Iowa Caucus 2016: A Raucous Affair

Iowa: Only the Beginning

Iowa: Only the Beginning

Brian Kehoe

With a presidential election rapidly approaching, campaign fever is once again sweeping across the nation. This year a record number of viewers sat in front of their TV’s to watch debates and rallies charged with political opinion, controversy, and jaw-dropping statements that were unlike anything the country has ever seen. Along with popularity over the debates, February 1st marked the Iowa Caucuses, which drew record shattering amounts of Iowan voters to weigh in on the current standing of the potential presidential candidates. While the result of who “wins” or “loses” the Iowa caucuses has no direct bearing on a party selecting a candidate, the candidates who can emerge successful from the Iowa caucuses and receive a large percentage of votes are at a slight advantage. They receive large amounts of positive media coverage, and have demonstrated to their respective parties in an election-like circumstance that they have adequate support from the people.

The Iowa Caucuses this year set an interesting precedent for the coming months before the primary election. On the democrats side, Hillary Clinton narrowly won against Senator Bernie Sanders, edging him out by only .3% in the vote which came as a surprise to many political analysts who thought that Hillary was the dominant force by an overwhelming majority, when in fact Bernie Sanders has proven himself to be a worthy competitor to the veteran Clinton. The candidates who didn’t do so well, namely Martin O’Malley decided to resign his campaign following the caucus due to the infinitesimal amount of votes that he received. While this is an unfortunate occurrence, neither the public nor the media was surprised by his resignation.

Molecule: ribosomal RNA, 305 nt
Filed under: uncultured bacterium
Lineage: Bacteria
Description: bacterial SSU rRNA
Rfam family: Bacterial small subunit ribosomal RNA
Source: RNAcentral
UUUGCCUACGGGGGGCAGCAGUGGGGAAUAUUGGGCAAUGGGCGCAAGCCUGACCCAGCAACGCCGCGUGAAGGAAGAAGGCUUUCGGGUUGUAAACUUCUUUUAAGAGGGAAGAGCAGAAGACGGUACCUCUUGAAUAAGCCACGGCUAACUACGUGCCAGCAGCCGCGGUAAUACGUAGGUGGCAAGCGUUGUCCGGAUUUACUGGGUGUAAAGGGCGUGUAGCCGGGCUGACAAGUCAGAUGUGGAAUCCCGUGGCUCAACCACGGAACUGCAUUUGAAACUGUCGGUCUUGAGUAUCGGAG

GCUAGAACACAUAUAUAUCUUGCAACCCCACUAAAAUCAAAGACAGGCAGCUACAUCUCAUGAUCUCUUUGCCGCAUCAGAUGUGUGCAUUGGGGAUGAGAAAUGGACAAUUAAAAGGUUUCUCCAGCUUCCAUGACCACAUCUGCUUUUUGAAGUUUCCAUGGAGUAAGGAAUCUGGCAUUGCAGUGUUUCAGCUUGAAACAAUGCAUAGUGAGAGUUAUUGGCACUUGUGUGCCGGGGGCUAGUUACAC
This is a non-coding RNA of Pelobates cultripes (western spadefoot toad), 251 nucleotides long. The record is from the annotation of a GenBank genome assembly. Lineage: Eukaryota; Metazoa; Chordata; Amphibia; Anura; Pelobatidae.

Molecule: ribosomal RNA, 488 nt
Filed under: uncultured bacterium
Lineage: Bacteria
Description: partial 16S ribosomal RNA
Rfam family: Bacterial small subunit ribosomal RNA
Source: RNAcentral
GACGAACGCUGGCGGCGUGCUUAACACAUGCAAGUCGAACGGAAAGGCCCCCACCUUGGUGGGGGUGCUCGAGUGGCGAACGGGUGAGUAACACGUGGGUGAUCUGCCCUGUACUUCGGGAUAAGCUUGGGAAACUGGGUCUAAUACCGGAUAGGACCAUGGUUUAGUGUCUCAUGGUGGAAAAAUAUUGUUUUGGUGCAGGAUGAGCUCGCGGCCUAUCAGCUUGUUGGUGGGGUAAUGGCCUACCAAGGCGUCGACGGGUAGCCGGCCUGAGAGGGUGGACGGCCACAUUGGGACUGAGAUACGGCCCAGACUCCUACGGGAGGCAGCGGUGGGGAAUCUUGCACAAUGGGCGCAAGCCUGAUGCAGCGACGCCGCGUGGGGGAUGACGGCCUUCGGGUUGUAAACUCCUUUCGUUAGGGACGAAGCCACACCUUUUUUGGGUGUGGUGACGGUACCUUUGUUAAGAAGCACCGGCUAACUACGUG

Regarding the republicans, there were eleven candidates representing the GOP in Iowa this year. Despite this, the vast majority of the vote was shared between the top three candidates, Senator Ted Cruz, Donald Trump, and Senator Marco Rubio. Ted Cruz won by more than 3% to his runner-up Trump. Trump was expected to perform better; he had been pandering to the conservative nature of Iowans for weeks before the Iowa caucus began, yet he was almost demoted to third place by his close competitor Marco Rubio. The Senator from Florida, Marco Rubio, was essentially the underdog of this story, polling far lower than has competitors and yet,in the end, receiving 23% of the vote, more than double the fourth place competitor Ben Carson and not far behind Trump. This intrigues many political analysts who say that Rubio may be a stronger candidate then was previously thought, and that Trump’s incredible popularity and media attention may be divided amongst the other contenders in the race who have yet to prove themselves as forces to be reckoned with.

The 2016 Iowa Caucuses provided an insight into an exciting race that will surely play out ovedr the next ten months. While the race could change at any time, the Iowa Caucus has helped to begin to weed out the weaker competitors while revealing which candidates truly have a fighting chance at becoming the next American President.